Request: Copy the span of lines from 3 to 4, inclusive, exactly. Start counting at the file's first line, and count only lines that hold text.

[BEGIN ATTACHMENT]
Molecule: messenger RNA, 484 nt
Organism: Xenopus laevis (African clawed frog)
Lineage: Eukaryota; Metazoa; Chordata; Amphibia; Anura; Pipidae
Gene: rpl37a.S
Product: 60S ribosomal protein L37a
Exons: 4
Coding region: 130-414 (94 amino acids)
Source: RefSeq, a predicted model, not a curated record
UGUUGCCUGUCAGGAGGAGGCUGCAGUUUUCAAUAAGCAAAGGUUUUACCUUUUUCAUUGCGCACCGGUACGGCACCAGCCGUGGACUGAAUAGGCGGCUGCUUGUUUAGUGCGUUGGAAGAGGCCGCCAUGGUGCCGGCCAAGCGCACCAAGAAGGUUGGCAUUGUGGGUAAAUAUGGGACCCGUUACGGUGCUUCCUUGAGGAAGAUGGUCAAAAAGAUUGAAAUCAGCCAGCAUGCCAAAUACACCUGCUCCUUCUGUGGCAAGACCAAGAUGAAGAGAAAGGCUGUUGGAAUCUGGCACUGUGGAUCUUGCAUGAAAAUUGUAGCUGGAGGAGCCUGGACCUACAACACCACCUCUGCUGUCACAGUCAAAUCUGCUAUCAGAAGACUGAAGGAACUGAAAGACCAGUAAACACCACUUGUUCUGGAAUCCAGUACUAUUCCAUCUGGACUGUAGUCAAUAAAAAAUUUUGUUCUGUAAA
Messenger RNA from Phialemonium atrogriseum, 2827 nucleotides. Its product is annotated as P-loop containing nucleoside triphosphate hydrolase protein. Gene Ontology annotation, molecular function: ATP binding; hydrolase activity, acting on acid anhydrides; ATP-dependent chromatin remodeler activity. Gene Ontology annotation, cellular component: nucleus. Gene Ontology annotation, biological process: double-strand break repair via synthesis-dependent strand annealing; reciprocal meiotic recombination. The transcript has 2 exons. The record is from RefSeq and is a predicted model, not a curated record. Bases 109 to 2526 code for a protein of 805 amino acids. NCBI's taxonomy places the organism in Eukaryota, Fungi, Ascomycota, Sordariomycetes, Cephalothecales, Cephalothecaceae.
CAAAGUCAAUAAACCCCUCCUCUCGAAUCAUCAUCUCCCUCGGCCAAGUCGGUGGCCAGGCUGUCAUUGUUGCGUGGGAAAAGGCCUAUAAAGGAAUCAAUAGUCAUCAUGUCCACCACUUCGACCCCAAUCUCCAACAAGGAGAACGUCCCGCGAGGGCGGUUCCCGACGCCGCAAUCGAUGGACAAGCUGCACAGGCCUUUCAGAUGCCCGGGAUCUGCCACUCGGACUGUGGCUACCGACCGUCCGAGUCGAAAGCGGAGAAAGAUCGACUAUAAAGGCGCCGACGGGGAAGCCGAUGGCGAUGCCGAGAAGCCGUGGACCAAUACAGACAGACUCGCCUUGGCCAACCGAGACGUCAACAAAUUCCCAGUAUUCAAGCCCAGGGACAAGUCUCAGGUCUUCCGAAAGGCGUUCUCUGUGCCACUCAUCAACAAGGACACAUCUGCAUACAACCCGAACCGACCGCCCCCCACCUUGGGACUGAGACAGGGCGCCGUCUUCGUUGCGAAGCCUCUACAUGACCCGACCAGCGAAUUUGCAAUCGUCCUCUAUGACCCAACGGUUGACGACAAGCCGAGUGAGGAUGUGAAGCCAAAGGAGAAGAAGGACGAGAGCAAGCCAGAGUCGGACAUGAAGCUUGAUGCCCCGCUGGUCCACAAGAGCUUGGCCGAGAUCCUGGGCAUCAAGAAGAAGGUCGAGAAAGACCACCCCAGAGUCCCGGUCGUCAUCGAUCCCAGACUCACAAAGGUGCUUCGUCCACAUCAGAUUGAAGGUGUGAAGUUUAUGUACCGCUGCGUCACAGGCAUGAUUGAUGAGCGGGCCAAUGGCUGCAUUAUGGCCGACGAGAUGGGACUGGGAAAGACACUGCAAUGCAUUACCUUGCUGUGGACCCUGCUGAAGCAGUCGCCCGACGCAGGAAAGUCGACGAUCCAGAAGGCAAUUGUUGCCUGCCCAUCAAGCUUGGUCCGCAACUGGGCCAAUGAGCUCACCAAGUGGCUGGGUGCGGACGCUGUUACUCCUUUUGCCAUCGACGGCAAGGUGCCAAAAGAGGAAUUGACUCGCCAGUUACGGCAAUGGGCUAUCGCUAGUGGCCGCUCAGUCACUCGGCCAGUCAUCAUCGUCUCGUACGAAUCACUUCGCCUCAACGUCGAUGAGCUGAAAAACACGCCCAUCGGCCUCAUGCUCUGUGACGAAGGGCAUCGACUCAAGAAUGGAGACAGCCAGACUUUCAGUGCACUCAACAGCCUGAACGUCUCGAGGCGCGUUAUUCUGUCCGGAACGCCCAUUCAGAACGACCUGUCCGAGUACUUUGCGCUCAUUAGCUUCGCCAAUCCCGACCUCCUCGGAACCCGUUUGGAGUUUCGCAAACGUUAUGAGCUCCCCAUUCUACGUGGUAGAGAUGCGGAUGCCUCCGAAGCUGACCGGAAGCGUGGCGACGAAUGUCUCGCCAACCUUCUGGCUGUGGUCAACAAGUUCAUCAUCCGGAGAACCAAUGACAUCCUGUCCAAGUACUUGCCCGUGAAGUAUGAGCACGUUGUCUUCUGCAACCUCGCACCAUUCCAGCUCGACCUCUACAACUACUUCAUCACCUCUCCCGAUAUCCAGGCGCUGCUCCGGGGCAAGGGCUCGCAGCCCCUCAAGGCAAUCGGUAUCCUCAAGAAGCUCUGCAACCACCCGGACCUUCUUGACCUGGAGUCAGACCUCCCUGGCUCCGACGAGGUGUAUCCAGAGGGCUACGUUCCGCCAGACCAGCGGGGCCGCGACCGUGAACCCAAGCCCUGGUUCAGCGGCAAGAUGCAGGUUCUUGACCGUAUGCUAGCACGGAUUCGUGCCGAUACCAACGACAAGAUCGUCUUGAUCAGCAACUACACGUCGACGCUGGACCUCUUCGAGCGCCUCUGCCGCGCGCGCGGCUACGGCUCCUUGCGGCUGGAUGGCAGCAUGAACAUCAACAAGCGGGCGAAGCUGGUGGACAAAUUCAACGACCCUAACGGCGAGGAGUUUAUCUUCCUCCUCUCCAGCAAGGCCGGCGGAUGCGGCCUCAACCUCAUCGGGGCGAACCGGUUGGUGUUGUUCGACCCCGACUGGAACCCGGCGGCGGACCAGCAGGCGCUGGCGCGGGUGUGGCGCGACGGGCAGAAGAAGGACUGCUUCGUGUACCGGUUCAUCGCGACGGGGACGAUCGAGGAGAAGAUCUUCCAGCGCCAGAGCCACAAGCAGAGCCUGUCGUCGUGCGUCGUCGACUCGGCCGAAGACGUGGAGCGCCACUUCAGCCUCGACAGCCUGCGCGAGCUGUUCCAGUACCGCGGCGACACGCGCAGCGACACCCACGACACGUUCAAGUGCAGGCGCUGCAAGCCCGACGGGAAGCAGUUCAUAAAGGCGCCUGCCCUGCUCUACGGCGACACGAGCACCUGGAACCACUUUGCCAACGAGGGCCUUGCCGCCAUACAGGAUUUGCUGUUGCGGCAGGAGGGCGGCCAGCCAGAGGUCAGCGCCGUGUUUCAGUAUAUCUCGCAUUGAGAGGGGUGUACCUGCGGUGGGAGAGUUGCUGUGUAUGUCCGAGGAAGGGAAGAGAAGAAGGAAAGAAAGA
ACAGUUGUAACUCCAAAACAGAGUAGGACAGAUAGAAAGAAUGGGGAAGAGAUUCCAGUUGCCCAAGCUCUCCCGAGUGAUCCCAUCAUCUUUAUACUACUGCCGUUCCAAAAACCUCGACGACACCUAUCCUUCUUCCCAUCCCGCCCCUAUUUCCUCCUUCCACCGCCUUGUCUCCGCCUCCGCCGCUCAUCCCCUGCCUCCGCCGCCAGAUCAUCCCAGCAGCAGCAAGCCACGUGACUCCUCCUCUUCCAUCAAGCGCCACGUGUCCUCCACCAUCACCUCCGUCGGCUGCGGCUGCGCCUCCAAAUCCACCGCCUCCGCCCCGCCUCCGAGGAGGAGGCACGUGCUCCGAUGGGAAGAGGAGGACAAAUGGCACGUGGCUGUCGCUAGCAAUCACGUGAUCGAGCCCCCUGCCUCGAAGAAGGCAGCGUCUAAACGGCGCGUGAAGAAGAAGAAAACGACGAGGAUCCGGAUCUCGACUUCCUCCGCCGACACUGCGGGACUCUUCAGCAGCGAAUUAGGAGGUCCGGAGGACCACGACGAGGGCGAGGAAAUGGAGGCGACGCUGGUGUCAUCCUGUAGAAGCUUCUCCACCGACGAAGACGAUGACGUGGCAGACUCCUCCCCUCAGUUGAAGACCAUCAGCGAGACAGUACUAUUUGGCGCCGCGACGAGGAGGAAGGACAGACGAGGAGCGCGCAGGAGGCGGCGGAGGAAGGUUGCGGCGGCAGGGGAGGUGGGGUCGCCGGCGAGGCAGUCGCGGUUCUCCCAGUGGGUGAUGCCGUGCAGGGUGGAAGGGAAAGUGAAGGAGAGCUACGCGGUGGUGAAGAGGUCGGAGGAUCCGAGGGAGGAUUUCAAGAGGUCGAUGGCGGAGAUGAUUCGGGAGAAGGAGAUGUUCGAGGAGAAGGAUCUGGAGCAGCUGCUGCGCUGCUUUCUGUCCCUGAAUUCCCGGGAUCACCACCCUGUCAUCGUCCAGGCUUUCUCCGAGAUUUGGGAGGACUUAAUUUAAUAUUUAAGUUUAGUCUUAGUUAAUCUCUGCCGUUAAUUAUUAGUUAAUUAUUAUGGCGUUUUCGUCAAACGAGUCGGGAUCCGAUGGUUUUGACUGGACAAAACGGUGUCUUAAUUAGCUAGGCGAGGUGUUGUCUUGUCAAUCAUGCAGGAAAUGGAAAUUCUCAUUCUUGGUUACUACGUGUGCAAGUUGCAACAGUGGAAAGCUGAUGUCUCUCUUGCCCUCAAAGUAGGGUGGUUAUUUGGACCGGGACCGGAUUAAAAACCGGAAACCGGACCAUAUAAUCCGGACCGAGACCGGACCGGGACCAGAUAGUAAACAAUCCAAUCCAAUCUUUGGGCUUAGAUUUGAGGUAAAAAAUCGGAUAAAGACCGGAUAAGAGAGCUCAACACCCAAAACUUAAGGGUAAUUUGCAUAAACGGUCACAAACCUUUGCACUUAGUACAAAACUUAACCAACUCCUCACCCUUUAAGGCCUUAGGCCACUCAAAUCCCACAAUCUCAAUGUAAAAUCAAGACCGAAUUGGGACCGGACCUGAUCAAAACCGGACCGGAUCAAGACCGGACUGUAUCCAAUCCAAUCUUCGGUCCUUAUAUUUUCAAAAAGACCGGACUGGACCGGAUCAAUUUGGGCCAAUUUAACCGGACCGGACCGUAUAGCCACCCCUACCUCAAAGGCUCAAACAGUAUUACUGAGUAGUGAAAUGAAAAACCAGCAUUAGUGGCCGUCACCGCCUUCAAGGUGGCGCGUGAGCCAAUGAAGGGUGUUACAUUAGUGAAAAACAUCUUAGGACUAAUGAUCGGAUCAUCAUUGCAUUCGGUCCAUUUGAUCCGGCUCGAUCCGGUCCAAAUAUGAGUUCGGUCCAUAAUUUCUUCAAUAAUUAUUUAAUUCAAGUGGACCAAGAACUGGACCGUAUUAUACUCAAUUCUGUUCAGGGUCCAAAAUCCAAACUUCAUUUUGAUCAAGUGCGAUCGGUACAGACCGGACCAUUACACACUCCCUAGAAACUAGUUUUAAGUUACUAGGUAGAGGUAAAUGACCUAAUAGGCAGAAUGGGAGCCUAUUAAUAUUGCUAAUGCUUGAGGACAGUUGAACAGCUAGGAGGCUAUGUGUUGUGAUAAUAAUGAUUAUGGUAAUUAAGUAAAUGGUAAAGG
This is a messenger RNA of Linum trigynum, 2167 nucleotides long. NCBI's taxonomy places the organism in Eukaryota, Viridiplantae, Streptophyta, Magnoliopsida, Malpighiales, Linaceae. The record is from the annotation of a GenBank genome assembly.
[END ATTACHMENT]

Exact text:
Lineage: Eukaryota; Metazoa; Chordata; Amphibia; Anura; Pipidae
Gene: rpl37a.S